Opponents of the SLN approach have criticized this subset analysis and maintain that this survival comparison is invalid because the patients were not randomly assigned to these subgroups and the underlying biology of patients with microscopic lymph node involvement may not necessarily be the same as for patients who developed palpable nodal disease. Others have suggested that the reason for the improved survival observed in the SLN-positive group is that the small volume of disease identified in some of the patients was clinically irrelevant—i.e., that this nodal disease would never have progressed and that the positive SLNs in these patients should be considered “falsely positive.” Recently, a review5 and accompanying editorial6—both focusing on the MSLT-1—were published in Nature Clinical Practice Oncology. These articles suggested that survival differences thus far observed among the various node-positive groups in the MSLT-1 could be explained by differences in their constellation of prognostic factors.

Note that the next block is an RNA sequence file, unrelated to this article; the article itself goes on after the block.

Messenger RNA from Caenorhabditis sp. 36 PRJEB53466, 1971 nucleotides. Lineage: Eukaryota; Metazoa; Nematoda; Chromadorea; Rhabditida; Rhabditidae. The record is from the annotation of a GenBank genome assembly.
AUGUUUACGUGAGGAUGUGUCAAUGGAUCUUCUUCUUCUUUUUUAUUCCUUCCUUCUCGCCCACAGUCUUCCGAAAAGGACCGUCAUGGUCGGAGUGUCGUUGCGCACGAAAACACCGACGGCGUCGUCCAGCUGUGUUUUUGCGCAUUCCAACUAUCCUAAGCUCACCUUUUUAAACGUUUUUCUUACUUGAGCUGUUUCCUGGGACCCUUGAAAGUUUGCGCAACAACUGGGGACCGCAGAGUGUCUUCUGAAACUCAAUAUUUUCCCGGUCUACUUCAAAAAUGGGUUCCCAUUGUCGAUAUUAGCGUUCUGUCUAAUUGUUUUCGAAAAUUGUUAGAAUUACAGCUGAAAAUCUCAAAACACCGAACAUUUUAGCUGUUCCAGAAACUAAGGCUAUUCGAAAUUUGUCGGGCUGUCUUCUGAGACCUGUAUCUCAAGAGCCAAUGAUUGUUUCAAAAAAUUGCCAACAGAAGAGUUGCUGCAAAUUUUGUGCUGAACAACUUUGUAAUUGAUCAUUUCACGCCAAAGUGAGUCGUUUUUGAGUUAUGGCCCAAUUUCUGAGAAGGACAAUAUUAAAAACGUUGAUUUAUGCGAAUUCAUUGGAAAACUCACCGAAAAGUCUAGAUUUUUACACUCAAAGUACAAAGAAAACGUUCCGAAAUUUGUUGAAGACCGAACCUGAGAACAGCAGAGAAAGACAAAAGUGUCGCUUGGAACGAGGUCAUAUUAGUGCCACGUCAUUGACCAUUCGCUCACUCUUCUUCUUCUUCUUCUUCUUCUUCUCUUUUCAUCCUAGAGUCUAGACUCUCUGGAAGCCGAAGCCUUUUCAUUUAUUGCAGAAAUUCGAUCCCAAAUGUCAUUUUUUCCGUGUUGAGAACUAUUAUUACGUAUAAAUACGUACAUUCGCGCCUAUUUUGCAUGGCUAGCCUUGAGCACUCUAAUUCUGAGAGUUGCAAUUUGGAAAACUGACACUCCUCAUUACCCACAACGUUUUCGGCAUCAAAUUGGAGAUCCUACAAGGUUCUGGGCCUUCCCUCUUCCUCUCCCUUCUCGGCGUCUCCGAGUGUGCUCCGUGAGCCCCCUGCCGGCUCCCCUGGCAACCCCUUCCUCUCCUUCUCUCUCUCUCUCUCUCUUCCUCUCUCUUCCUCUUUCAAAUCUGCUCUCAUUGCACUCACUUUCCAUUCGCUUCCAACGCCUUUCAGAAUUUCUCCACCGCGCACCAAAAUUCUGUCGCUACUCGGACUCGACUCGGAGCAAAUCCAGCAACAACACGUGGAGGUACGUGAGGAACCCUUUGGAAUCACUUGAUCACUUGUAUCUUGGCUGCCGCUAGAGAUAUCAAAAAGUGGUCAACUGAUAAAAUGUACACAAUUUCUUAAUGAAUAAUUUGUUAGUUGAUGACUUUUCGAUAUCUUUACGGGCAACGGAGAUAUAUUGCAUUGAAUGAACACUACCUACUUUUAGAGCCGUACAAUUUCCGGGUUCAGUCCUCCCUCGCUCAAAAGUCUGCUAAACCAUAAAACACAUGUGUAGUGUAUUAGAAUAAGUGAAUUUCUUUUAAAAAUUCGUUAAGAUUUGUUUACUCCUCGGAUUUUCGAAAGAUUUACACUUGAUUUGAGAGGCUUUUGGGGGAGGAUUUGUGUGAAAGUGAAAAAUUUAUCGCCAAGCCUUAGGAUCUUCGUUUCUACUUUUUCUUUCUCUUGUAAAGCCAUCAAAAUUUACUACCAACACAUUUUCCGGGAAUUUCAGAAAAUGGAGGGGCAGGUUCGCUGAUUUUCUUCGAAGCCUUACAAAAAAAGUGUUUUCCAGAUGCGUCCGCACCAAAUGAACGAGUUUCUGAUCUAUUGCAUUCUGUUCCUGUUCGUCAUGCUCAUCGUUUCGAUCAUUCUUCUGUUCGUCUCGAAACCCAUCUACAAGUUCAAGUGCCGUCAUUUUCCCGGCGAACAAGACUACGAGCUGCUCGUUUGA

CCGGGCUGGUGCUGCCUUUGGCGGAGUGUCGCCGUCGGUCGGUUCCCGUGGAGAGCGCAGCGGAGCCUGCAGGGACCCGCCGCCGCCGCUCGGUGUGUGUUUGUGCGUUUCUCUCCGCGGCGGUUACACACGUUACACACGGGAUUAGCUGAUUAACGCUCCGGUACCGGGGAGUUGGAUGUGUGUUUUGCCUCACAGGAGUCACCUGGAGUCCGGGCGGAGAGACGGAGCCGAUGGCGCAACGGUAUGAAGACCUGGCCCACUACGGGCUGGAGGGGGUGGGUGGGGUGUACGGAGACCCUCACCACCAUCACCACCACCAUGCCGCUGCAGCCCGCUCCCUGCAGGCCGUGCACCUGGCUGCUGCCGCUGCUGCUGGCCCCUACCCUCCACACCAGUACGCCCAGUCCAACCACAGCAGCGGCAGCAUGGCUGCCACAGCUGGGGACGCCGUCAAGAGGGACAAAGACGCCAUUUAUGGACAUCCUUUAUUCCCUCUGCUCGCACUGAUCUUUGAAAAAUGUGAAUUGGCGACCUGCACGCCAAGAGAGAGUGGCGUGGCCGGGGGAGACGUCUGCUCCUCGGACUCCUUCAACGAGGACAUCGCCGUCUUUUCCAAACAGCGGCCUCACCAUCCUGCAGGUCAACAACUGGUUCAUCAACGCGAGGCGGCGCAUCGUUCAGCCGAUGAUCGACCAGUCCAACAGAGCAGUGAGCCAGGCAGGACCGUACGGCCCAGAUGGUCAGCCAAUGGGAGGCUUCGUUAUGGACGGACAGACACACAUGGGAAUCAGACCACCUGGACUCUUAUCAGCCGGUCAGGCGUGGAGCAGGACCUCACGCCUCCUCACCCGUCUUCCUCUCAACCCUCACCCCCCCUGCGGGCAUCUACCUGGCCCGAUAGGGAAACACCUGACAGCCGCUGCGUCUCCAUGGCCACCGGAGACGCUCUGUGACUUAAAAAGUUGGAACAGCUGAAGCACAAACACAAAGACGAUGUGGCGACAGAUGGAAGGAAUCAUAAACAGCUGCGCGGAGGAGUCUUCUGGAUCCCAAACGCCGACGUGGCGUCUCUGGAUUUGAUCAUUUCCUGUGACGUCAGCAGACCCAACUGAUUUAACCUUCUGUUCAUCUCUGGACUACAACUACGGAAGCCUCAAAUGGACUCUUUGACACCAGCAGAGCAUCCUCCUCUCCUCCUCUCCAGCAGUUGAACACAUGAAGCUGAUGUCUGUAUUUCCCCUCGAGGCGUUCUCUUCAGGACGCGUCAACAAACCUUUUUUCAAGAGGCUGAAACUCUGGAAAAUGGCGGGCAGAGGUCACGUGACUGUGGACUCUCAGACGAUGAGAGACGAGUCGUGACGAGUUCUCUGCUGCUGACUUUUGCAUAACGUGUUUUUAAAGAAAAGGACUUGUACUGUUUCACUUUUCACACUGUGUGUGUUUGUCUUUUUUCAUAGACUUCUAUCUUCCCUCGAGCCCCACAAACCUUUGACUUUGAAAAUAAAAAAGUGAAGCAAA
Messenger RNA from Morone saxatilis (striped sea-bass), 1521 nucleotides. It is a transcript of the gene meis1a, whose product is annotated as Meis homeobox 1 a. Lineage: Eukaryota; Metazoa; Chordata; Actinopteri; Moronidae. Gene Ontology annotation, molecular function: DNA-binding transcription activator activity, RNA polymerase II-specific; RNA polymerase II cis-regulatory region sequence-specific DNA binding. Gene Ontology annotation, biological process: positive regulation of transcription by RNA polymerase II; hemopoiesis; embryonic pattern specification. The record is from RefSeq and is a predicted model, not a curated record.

An additional argument promulgated against the routine use of SLN biopsy has been that early treatment of the regional nodal basin could increase the risk of in-transit disease. This concern has been laid to rest by multiple recent compelling evidence-based studies8–11, including the MSLT-1.1 In one study of approximately 3400 patients with melanoma treated with WLE alone, WLE plus ELND, or WLE plus SLN biopsy, the incidence of in-transit disease was 4.9% in the WLE-alone group and 4.5% in the WLE-plus-SLN-biopsy group, and a multivariate analysis indicated that predictors of in-transit disease included SLN status, tumor thickness, and ulceration, but not type of procedure performed.9 In other words, in-transit metastasis was related to tumor biology, not the type of surgical procedure. Moreover, recent results from MSLT-I show no difference in the rate of in-transit metastasis between patients in the WLE-alone group and those in the WLE-plus-SLN-biopsy group.1